Rysakov was captured, and while in custody, in an attempt to save his life, cooperated with the investigators. His testimony implicated the other participants, and the tsarist police apprehended Sophia Perovskaya, along with others, on March 22. Rysakov established the identity of all prisoners. Although he knew many of them only by their party pseudonyms, he was able to describe the role they each had played.[9]

The regicides at the foot of the gallows. Left to right: Rysakov, Zhelyabov, Perovskaya, Kibalchich, and Mikhailov.


Just before her trial, she wrote in a letter to her mother:

My darling, I implore you to be calm, and not to grieve for me; for my fate does not afflict me in the least, and I shall meet it with complete tranquility, for I have long expected it, and known that sooner or later it must come. [...] I have lived as my convictions dictated, and it would have been impossible for me to have acted otherwise.[11]

Perovskaya, along with the other conspirators were tried by the Special Tribunal of the Ruling Senate on March 26–29 and sentenced to death by hanging.[12] She was the first woman in Russia sentenced to death for terrorism.

On the morning of 15 April [3 April, Old Style], the prisoners were transported to the parade grounds of the Semenovsky Regiment, where the execution was set to take place. They were all dressed in black prison uniforms, and on their chests hung a placard with the inscription: "Regicide". Perovskaya, along with Mikhailov and Kibalchich, was placed on a cart that was drawn through the city by a pair of horses.[13] The correspondent of the London Times estimated that the execution was attended by a hundred thousand spectators. When priests ascended the gallows to give the last rites, the convicts almost simultaneously approached them and kissed the crucifix. Once the priests withdrew, Zhelyabov and Mikhailov approached Perovskaya and they kissed each other good-bye. Perovskaya had turned away from Rysakov.[14][15] Four other Pervomartovtsy, including Zhelyabov, were hanged with her.[1]


Three decades after her death, Perovskaya would become the inspiration for the Japanese feminist Kanno Sugako, who was involved in a 1910 plan to assassinate the Emperor Meiji.[16] Kanno was also executed by hanging.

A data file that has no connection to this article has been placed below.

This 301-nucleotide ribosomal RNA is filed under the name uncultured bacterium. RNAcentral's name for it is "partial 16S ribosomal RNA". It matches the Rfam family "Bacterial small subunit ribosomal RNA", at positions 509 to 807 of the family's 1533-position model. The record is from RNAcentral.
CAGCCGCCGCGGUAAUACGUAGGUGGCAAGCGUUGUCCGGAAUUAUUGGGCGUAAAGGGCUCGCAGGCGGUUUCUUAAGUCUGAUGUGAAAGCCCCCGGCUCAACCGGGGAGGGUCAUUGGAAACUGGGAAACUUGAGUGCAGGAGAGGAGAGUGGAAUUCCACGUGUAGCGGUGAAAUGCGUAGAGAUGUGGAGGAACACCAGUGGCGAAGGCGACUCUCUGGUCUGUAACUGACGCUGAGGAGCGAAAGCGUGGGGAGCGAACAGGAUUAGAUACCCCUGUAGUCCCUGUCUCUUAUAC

In 2018 the New York Times published a belated obituary for Perovskaya.[17]

In literature[edit]

  • Henry Parkes was inspired by her to write the poem, The Beauteous Terrorist. Reproduced in full in The Beauteous Terrorist and Other Poems by Sydney Electronic Text and Image Service.
  • Moss, Walter G., Alexander II and His Times: A Narrative History of Russia in the Age of Alexander II, Tolstoy, and Dostoevsky. London: Anthem Press, 2002. Several chapters on Perovskaya. (available online)
  • Croft, Lee B. Nikolai Ivanovich Kibalchich: Terrorist Rocket Pioneer. IIHS. 2006. ISBN 978-1-4116-2381-1. Content on Perovskaya, including her father, mother, and her unmarked burial.
  • Jan Guillou uses Perovskaya in his book ”Men inte om det gälle din dotter” (”But not if it concerns your daughter”) as an example of how changes in political situation can alter the perception of a person between being a terrorist and a freedom fighter.

See also[edit]


  1. ^ a b c d e Sack, Arkady Joseph (1918). The Birth of the Russian Democracy. Russian Information Bureau. pp. 58–60. Retrieved 24 November 2011.
  2. ^ Broido, Vera (1977). Apostles into Terrorists: Women and the Revolutionary Movement in the Russia of Alexander II. Viking Press. p. 75. ISBN 978-0-670-12961-4. At fifteen, she entered the Alarchinsky Courses, designed to prepare girls for university studies.
  3. ^ a b Yarmolinsky 2016, p. 276.
  4. ^ Yarmolinsky 2016, p. 273.
  5. ^ Kirschenbaum 2014, p. 12.
  6. ^ a b Kel'ner 2015.
  7. ^ Yarmolinsky 2016, p. 278.
  8. ^ Yarmolinsky 2016, p. 280.
  9. ^ Yarmolinsky 2016, p. 283.
  10. ^ Yarmolinsky 2016, p. 307.
  11. ^ Soviet Russia, Volume 7. Russian Soviet Government Bureau. 1922-01-01. p. 86.
  12. ^ Yarmolinsky 2016, p. 287.
  13. ^ Yarmolinsky 2016, p. 288.
  14. ^ Yarmolinsky 2016, p. 289.
  16. ^ Hane, Mikiso (1993). Reflections on the Way to the Gallows: Rebel Women in Prewar Japan. University of California Press. p. 55. ISBN 978-0-520-08421-6. Kanno was enthusiastic about carrying out the plan, hoping to emulate Sophia Perovskaya
  17. ^ "Overlooked No More: The Soviet Icon Who Was Hanged for Killing a Czar". The New York Times. Retrieved 2018-05-31. The first woman to be executed for a political crime in Russia, Perovskaya is credited with pushing the empire down the road to revolution and was later given the mantle of martyrdom.


  • Yarmolinsky, Avrahm (2016). Road to Revolution: A Century of Russian Radicalism. Princeton University Press. ISBN 978-0691638546.
  • "Execution of the Czar's assassins". Australian Town and Country Journal (Sydney, NSW : 1870 - 1907). 4 June 1881. Retrieved 2 December 2019.
  • Kel'ner, Viktor Efimovich (2015). 1 marta 1881 goda: Kazn imperatora Aleksandra II (1 марта 1881 года: Казнь императора Александра II). Lenizdat. ISBN 5-289-01024-6.